Jacques Tati

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Jacques Tati
Jacques Tatischeff
BirthplaceLe Pecq, Yvelines, France

Tati, Jacques

(zhäk tätē`), 1907–82, French film writer, director, and actor, b. Jacques Tatischeff. As a semiprofessional rugby player, he entertained his teammates with physical, nonverbal comedy, developing a series of mimes that he then performed in cabarets in London and Paris. He began appearing in short films and, after World War II, he and Fred Orain founded Cady Films (1946), which produced his first feature films, including Jour de Fête (1949, The Big Day), featuring an inept village postman, and Les Vacances de M Hulot (1953, Mr. Hulot's Holiday), which introduced the socially inept and physically awkward M Hulot. He subsequently left Cady Films and started Spectra Films in 1956. His first color film Mon Oncle (1958, My Uncle; Academy Award, best foreign film) featured M Hulot struggling with postwar modernism and consumerism as he tries to build a relationship with his young nephew. Playtime (1967) surrounds M Hulot with a group of American tourists as they try to make sense of life in a sterile, futuristic Paris suburb. The film, which took nine years to complete, eventually led to Spectra Films' liquidation (1974). The Dutch-funded Traffic (1971), has M Hulot as a goofy automobile inventor who takes a gadget-filled camper to an auto show. His last feature, Parade (1974), filmed for Swedish television, is essentially a circus performance with Tati as master of ceremonies.
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The building project is an unacknowledged (and ironic) emulation of French director Jacques Tati who, in preparation for his 1967 film "Play Time," spent vast sums of money to build a life-sized mock-up of a modernist, glass-faced city.
This helps account for the perennial appeal of the films of Buster Keaton, the Marx Brothers, Jacques Tati, and Jim Carrey.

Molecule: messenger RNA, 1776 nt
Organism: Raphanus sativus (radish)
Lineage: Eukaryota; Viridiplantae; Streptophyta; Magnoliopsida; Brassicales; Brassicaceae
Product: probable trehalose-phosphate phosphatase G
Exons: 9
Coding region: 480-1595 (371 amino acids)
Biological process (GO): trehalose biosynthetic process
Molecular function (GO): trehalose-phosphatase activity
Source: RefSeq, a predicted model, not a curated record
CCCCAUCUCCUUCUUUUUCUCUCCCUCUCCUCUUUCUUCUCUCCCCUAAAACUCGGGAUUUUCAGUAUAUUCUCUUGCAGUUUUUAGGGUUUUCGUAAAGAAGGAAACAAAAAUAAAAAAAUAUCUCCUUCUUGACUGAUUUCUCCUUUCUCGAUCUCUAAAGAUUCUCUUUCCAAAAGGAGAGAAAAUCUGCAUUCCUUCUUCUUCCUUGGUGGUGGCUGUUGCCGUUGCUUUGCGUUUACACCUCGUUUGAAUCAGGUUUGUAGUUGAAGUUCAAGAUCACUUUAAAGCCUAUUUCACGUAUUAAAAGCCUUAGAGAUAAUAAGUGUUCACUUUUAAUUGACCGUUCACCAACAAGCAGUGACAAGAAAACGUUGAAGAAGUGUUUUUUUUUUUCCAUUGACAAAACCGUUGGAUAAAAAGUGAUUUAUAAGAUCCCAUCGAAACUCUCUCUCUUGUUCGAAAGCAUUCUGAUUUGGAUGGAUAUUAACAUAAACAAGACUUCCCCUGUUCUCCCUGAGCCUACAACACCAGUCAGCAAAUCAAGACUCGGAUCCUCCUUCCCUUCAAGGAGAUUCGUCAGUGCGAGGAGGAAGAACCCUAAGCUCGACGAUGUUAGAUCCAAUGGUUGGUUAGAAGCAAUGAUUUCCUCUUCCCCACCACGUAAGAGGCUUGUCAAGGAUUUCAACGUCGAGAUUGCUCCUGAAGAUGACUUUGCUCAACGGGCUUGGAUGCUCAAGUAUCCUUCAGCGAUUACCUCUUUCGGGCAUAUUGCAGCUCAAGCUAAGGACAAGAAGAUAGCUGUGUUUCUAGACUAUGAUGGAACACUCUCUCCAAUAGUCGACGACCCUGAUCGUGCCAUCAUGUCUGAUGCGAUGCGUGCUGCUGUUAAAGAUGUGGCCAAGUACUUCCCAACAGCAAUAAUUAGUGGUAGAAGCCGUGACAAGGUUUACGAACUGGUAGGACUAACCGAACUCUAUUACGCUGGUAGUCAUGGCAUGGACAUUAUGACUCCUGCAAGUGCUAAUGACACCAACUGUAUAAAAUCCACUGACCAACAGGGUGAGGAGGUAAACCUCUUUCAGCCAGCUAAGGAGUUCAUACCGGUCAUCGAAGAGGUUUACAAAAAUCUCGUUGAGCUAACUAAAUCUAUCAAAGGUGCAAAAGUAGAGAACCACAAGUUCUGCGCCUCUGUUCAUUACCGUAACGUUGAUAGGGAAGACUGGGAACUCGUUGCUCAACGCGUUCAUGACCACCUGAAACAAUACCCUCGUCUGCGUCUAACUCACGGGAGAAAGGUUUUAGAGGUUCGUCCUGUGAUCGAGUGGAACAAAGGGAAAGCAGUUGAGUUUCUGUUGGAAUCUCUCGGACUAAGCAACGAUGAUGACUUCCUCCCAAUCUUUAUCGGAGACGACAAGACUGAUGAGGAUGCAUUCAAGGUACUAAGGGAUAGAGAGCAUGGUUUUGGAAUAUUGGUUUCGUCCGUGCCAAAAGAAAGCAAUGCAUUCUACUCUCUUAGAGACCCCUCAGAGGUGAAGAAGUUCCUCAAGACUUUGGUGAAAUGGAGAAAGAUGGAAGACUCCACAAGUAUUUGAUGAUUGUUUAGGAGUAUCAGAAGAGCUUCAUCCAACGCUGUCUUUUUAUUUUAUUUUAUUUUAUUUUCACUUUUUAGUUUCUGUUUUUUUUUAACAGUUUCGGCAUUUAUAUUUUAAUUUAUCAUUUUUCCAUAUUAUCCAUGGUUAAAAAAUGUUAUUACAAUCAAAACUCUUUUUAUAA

Turning to Jacques Tati's 1967 film Playtime, and re-viewing it in the context of Le Corbusier's ambitious housing projects, Ben McCann argues that Tati's Paris is actually a failed utopia, a "strident interrogation of the pernicious effects of urbanism and modernity on the rituals and gestures of a city's inhabitants" (199) Given Tati's valorization of the simple pleasures of country life and of unencumbered beach vacations, like those seen in Les Vacances de Monsieur Hulot, this could of course be expected.
In 2009 the trademark pipe of the late Jacques Tati, one of France's most enduring comic characters, was replaced with a yellow windmill in a poster campaign.
(Mon, Library Theatre) The Illusionist (PG) Based on an unmade Jacques Tati screenplay, Sylvain Chomet's 50s Edinburgh set animated tale of a washed-up illusionist finding salvation through a young girl's belief in his magic.
Beginning this month and till February 2011, we will pay tribute to the genius of Jacques Tati, who, with 6 movies, made a unique contribution to the history of comic cinema.
Set in 1959, and inspired by a story by the legendary French comedian Jacques Tati, The Illusionist is about a magician trying to make a living during the tail end of the music hall era.
FRENCH director Jacques Tati's 1953 film Les Vacances de Monsieur Hulot will be screened at 7.30pm tonight at the Maison Jamsheer centre, Muharraq.
of Economics, Turkey) provides essays and interviews with French filmmakers whose films span the silent period through the New Wave and beyond: Jean Renoir, Robert Bresson, Jacques Tati, Francois Truffaut, and Eric Rohmer.
"Chaplin is one of my all-time heroes and I also love the poetic whimsicality of Jacques Tati. Ken Dodd in his prime was the most comprehensive and technically accomplished standup I've seen.
Adults who might legitimately prefer Jacques Tati's gentle-hearted "Monsieur Hulot's Holiday" should remember that with Bean, comedy derives from the fact that the hero is far from gentle; he asserts his supposed superiority in every scene.